How to Transform Bad Meetings for Your IT Talent
IT workers, especially engineers, are often thought to be shy, more compartmentalized or less collaborative in their work style. That's a stereotype though....
IT workers, especially engineers, are often thought to be shy, more compartmentalized or less collaborative in their work style. That's a stereotype though. Technology fields can be just as much of a hotbed of competition and dysfunction as anything you can imagine in industry, business, or government. Deep down inside, our brains are all about turf, and that mind-set follows most of us through our workday.
Communication is whittled down to email and text, occasional phone calls, and endless sit-down affairs that can numb one’s mind and butt at the same time. Departments conflict, priorities are scrambled, and nobody wants to delegate. If any of this sounds all too familiar, it’s time to shake it up and air it out.
One of the first rules of productive meetings is delineated by the Harvard Business Review: If you don’t know what your gathering is meant to accomplish, then don’t have a gathering at all. That goes for board meetings, leadership conferences, video conferences, C-Level executive meetings, and every other kind of event where people are told to gather in a room. As you might expect, many meetings, even the ones originally created for important reasons, don't end up being productive.
One of the key rules of having professional discussions is that not everyone who can schedule them should do so. You have to be careful, because too many meetings become conversations about when to schedule more discussions, pre-meetings or roundtable conversations where people talk about weekends and dissect the last episode of their favorite TV show. Worse are the disruptive and morale-destroying blame game sessions or marathons, where people get angry and watch their workday go right down the tubes.
Ask these two questions: “Why are we meeting and what is the agenda?” If no simple response is forthcoming, then the appropriate answer to the invite is “no.”
Video conferences for IT done through providers like Blue Jeans can revitalize your conferencing culture. People can attend from where they are instead of traveling to far away locations or disrupting workflow. However, changing the culture of automatically going to these discussions needs to change, too. The culture of MAS – Mindless Acceptance Syndrome – has to be disrupted in order for there to be any change.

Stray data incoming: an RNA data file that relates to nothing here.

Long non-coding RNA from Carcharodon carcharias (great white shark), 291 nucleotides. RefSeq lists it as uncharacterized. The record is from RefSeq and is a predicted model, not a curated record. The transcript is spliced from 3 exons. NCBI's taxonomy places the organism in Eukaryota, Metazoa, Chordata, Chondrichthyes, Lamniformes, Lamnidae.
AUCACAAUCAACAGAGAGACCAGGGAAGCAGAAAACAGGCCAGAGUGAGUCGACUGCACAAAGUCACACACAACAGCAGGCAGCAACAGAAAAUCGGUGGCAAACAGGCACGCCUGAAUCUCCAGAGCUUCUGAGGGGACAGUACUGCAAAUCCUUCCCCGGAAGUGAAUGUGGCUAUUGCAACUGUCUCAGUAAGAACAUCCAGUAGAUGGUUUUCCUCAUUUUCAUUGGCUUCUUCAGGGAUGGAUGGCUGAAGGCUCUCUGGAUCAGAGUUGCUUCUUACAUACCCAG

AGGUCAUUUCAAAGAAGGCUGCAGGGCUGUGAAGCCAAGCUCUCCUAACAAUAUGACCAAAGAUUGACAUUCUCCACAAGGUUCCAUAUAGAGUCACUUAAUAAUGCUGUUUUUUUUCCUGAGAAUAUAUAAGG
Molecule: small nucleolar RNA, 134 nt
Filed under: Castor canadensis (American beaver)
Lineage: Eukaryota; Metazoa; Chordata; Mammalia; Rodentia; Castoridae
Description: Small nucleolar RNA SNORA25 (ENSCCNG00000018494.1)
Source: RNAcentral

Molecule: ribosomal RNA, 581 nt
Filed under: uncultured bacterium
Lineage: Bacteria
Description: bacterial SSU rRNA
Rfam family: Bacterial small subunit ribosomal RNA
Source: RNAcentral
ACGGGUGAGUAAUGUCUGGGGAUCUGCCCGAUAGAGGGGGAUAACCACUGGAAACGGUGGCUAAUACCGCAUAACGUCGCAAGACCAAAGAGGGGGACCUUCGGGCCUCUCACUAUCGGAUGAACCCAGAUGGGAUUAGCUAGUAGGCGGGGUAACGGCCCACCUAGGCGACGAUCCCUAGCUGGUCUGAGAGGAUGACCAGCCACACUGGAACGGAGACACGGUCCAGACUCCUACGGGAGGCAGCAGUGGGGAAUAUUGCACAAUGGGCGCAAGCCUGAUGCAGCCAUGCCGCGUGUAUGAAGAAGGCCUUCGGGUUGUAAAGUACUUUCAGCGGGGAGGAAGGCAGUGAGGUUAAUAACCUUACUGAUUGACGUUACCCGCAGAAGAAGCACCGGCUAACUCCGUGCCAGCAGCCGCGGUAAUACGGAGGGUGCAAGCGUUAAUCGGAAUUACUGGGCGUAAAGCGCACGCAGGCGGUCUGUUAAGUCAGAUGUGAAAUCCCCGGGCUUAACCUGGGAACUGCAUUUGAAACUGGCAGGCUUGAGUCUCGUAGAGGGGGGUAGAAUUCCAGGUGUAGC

You can find out very easily why the meeting is needed. Get in touch with the person calling for it, ask about the purpose, and how you can contribute. If they can’t answer definitively and in detail, then you're not obligated to accept. Do this politely, respectfully, and insistently until the desired level of disruption is achieved.
How to Make These Conversations Worthwhile
Good meetings are productive ones, with stated agendas and goals. Getting the right mix of key players to a video conference can enable them to collaborate and get important projects done. The key to keeping them productive is to limit them in terms of time and how many people attend.
Time zones are important to consider. For example, If you're in New Zealand, and you're working with teams in San Francisco and Mumbai, that's a nightmare. Tuesday at 10:00am in Auckland is Monday at 3:00pm in San Francisco and 1:30am in Mumbai. Use features like archiving and shared storage to help team members keep up with developments. Relaying is also an option, such as talking to the San Francisco team at 8am Tuesday which is their 1:00pm Monday, then pivoting at 4:00pm to talk to Mumbai at their 9:30am. A worldwide workplace means a worldwide mindset about when to hold your conferences.
Adopting video conferencing apps can make a big difference in how your people communicate and collaborate in your company. Training and daily use are key in making sure that this tool doesn’t just sit around. Younger employees may be more enthusiastic. After all, they have grown up with all sorts of video chat platforms, so they may be more adaptable. Older employees are sometimes more resistant, but try to provide incentives for mastering the technology themselves instead of giving it to a subordinate. Working with your people on and offsite can make video conferencing something that’s a part of the normal day’s workflow, and not just a one-off tool.